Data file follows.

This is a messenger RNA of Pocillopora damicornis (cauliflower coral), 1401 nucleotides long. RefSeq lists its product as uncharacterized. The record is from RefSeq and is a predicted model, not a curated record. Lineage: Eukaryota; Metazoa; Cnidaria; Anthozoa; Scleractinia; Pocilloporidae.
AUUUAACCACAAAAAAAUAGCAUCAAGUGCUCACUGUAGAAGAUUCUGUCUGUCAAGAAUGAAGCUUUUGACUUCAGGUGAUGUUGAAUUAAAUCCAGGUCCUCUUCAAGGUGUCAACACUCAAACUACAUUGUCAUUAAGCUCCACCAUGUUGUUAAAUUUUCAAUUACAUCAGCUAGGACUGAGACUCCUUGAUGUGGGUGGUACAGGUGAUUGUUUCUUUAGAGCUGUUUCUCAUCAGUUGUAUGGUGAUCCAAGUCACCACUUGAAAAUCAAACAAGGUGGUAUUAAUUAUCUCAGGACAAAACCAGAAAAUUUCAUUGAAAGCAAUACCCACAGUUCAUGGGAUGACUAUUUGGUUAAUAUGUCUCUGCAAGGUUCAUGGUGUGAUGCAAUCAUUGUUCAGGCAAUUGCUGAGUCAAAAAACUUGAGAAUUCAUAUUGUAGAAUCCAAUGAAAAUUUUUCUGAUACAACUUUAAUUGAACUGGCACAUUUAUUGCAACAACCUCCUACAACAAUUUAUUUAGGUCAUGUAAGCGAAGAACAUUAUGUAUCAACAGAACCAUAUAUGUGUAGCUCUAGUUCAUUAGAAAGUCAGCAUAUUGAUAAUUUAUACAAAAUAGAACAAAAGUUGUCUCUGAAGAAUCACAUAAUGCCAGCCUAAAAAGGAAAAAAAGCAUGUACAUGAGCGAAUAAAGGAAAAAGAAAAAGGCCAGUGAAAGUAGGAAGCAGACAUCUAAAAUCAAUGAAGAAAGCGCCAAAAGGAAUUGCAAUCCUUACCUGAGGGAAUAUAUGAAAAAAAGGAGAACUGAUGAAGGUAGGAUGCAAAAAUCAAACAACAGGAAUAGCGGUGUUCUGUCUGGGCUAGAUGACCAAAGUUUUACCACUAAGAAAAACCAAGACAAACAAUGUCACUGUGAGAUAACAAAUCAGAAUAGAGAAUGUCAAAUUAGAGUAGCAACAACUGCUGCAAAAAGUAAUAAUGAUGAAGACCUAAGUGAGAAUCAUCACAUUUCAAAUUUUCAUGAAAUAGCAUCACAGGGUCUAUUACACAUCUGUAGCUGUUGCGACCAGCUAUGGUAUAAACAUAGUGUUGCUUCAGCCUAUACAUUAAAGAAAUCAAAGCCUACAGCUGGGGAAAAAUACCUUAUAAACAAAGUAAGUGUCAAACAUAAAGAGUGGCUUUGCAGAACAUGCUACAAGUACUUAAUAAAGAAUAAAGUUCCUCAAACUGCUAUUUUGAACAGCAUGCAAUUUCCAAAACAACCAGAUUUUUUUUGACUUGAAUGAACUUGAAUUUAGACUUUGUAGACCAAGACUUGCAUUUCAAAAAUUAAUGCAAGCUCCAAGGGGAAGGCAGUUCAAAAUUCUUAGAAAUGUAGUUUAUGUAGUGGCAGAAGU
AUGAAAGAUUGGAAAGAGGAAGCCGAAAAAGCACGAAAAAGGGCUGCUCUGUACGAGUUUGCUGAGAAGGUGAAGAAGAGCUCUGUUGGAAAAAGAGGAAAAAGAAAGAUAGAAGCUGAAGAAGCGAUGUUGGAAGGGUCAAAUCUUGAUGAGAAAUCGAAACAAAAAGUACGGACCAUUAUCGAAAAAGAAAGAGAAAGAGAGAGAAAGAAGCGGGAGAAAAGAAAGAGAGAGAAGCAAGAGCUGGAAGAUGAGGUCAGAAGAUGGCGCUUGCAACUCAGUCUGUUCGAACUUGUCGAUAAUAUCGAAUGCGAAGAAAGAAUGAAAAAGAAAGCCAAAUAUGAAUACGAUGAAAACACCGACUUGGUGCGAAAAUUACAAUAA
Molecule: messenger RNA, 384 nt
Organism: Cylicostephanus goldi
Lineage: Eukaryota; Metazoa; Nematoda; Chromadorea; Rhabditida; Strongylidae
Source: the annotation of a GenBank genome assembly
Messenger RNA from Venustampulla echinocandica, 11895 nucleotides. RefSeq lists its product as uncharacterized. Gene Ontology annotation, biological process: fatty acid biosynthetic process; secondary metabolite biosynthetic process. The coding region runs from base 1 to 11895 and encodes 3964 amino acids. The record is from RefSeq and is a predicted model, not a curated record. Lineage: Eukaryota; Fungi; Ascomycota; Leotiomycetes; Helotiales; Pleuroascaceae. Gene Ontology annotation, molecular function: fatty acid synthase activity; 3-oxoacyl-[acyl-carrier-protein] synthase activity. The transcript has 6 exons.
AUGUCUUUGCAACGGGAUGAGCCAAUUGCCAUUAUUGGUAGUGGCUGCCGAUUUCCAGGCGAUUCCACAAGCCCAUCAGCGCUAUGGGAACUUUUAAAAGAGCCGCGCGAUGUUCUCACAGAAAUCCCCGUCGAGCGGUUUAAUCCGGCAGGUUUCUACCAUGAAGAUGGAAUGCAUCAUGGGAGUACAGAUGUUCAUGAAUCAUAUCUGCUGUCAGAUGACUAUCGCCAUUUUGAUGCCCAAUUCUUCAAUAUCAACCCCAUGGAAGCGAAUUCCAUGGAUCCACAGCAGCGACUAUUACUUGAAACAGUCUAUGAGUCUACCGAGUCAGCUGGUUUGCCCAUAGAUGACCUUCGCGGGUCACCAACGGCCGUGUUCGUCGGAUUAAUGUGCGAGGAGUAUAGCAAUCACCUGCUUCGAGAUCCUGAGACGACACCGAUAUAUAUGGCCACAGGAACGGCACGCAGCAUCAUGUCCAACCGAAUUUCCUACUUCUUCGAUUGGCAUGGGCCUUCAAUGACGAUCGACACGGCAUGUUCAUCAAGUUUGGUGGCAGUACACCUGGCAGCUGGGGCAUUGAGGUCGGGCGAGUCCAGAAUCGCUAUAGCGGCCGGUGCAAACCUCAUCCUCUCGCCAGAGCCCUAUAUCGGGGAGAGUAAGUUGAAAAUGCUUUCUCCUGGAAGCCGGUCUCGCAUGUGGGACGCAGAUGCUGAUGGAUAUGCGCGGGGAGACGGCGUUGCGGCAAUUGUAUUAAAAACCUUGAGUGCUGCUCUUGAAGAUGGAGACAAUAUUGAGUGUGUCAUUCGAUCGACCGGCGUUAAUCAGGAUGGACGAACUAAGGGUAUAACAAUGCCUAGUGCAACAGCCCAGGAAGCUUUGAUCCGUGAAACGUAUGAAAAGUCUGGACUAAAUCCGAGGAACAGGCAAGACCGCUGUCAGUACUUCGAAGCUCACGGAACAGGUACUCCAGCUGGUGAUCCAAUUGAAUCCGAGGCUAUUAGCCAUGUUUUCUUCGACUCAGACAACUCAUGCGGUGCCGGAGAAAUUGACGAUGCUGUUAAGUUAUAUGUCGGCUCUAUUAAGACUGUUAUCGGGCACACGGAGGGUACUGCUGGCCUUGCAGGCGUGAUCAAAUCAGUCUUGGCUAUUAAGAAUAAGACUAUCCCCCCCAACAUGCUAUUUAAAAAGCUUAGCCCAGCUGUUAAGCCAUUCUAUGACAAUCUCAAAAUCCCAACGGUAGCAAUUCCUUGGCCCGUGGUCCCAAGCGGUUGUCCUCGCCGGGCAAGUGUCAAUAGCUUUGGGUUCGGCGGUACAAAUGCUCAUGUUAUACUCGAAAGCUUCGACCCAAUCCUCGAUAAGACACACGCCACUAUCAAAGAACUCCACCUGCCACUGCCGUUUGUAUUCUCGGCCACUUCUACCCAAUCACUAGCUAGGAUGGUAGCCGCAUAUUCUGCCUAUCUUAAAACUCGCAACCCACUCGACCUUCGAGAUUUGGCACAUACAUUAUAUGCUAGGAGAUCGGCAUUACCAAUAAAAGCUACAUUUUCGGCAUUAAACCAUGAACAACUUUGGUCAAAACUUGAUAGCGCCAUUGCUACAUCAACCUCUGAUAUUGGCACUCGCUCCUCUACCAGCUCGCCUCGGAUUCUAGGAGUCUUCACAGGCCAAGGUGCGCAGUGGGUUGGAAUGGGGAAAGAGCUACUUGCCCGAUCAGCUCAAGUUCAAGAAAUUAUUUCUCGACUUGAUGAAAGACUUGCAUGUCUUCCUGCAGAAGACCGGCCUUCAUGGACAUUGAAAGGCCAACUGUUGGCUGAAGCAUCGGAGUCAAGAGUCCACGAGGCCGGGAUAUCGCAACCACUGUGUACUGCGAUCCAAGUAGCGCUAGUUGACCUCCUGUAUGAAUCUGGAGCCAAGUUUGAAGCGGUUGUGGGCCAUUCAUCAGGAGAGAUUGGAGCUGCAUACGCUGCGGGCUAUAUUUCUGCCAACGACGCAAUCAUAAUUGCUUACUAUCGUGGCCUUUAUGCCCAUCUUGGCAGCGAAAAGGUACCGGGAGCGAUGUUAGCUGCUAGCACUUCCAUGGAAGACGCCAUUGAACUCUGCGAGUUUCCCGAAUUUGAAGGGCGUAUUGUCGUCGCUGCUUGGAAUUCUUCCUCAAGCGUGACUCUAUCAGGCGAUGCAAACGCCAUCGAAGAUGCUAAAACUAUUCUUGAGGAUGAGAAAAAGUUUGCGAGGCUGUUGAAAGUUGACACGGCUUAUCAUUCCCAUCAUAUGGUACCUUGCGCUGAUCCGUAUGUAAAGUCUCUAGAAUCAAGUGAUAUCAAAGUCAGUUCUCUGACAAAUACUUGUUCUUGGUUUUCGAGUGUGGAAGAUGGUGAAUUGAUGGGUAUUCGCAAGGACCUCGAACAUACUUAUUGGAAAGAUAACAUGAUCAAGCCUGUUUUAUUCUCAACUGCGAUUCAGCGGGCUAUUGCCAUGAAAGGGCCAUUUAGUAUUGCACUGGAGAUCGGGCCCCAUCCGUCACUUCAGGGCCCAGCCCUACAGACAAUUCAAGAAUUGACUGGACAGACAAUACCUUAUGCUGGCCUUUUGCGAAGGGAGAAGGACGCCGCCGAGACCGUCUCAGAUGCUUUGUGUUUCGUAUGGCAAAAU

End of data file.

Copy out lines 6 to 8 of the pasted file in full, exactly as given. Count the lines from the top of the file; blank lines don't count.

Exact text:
Lineage: Eukaryota; Metazoa; Nematoda; Chromadorea; Rhabditida; Strongylidae
Source: the annotation of a GenBank genome assembly
Messenger RNA from Venustampulla echinocandica, 11895 nucleotides. RefSeq lists its product as uncharacterized. Gene Ontology annotation, biological process: fatty acid biosynthetic process; secondary metabolite biosynthetic process. The coding region runs from base 1 to 11895 and encodes 3964 amino acids. The record is from RefSeq and is a predicted model, not a curated record. Lineage: Eukaryota; Fungi; Ascomycota; Leotiomycetes; Helotiales; Pleuroascaceae. Gene Ontology annotation, molecular function: fatty acid synthase activity; 3-oxoacyl-[acyl-carrier-protein] synthase activity. The transcript has 6 exons.